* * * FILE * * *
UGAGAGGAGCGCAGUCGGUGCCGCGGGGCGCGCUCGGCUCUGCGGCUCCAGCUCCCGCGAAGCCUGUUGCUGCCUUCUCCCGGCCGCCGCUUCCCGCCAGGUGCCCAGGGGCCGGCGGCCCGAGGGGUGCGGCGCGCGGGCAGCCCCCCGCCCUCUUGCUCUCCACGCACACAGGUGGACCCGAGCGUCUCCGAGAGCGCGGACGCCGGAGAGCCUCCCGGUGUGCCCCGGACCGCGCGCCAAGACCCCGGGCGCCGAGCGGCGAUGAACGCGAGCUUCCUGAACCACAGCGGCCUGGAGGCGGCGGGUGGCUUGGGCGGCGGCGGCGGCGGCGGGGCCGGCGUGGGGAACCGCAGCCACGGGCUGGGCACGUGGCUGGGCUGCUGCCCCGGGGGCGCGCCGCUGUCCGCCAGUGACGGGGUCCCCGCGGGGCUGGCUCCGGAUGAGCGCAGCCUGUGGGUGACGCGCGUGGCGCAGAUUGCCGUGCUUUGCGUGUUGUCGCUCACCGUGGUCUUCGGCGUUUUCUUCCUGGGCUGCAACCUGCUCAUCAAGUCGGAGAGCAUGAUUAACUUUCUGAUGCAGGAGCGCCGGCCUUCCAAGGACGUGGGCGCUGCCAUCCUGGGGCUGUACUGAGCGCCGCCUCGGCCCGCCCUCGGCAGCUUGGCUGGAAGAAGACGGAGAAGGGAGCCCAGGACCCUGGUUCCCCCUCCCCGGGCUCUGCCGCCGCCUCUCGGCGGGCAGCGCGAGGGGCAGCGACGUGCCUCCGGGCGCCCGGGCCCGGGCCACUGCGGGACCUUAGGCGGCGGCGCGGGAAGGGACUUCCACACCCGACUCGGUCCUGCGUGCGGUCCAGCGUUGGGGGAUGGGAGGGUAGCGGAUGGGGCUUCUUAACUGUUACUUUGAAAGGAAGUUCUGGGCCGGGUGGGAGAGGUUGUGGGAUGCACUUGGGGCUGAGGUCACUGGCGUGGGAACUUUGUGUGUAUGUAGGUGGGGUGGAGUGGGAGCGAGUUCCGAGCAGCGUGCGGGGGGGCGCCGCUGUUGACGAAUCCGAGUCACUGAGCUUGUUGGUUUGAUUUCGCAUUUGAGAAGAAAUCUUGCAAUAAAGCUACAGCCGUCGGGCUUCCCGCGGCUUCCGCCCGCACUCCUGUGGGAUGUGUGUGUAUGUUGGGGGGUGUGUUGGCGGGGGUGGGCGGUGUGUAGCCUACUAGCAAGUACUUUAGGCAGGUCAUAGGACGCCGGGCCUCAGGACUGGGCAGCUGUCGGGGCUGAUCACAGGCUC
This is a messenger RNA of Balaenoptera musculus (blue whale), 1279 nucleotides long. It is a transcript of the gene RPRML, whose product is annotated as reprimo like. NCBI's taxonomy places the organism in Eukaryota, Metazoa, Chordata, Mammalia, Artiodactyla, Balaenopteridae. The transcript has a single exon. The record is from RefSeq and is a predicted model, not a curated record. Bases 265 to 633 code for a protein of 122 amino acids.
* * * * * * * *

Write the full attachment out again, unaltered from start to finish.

UGAGAGGAGCGCAGUCGGUGCCGCGGGGCGCGCUCGGCUCUGCGGCUCCAGCUCCCGCGAAGCCUGUUGCUGCCUUCUCCCGGCCGCCGCUUCCCGCCAGGUGCCCAGGGGCCGGCGGCCCGAGGGGUGCGGCGCGCGGGCAGCCCCCCGCCCUCUUGCUCUCCACGCACACAGGUGGACCCGAGCGUCUCCGAGAGCGCGGACGCCGGAGAGCCUCCCGGUGUGCCCCGGACCGCGCGCCAAGACCCCGGGCGCCGAGCGGCGAUGAACGCGAGCUUCCUGAACCACAGCGGCCUGGAGGCGGCGGGUGGCUUGGGCGGCGGCGGCGGCGGCGGGGCCGGCGUGGGGAACCGCAGCCACGGGCUGGGCACGUGGCUGGGCUGCUGCCCCGGGGGCGCGCCGCUGUCCGCCAGUGACGGGGUCCCCGCGGGGCUGGCUCCGGAUGAGCGCAGCCUGUGGGUGACGCGCGUGGCGCAGAUUGCCGUGCUUUGCGUGUUGUCGCUCACCGUGGUCUUCGGCGUUUUCUUCCUGGGCUGCAACCUGCUCAUCAAGUCGGAGAGCAUGAUUAACUUUCUGAUGCAGGAGCGCCGGCCUUCCAAGGACGUGGGCGCUGCCAUCCUGGGGCUGUACUGAGCGCCGCCUCGGCCCGCCCUCGGCAGCUUGGCUGGAAGAAGACGGAGAAGGGAGCCCAGGACCCUGGUUCCCCCUCCCCGGGCUCUGCCGCCGCCUCUCGGCGGGCAGCGCGAGGGGCAGCGACGUGCCUCCGGGCGCCCGGGCCCGGGCCACUGCGGGACCUUAGGCGGCGGCGCGGGAAGGGACUUCCACACCCGACUCGGUCCUGCGUGCGGUCCAGCGUUGGGGGAUGGGAGGGUAGCGGAUGGGGCUUCUUAACUGUUACUUUGAAAGGAAGUUCUGGGCCGGGUGGGAGAGGUUGUGGGAUGCACUUGGGGCUGAGGUCACUGGCGUGGGAACUUUGUGUGUAUGUAGGUGGGGUGGAGUGGGAGCGAGUUCCGAGCAGCGUGCGGGGGGGCGCCGCUGUUGACGAAUCCGAGUCACUGAGCUUGUUGGUUUGAUUUCGCAUUUGAGAAGAAAUCUUGCAAUAAAGCUACAGCCGUCGGGCUUCCCGCGGCUUCCGCCCGCACUCCUGUGGGAUGUGUGUGUAUGUUGGGGGGUGUGUUGGCGGGGGUGGGCGGUGUGUAGCCUACUAGCAAGUACUUUAGGCAGGUCAUAGGACGCCGGGCCUCAGGACUGGGCAGCUGUCGGGGCUGAUCACAGGCUC
This is a messenger RNA of Balaenoptera musculus (blue whale), 1279 nucleotides long. It is a transcript of the gene RPRML, whose product is annotated as reprimo like. NCBI's taxonomy places the organism in Eukaryota, Metazoa, Chordata, Mammalia, Artiodactyla, Balaenopteridae. The transcript has a single exon. The record is from RefSeq and is a predicted model, not a curated record. Bases 265 to 633 code for a protein of 122 amino acids.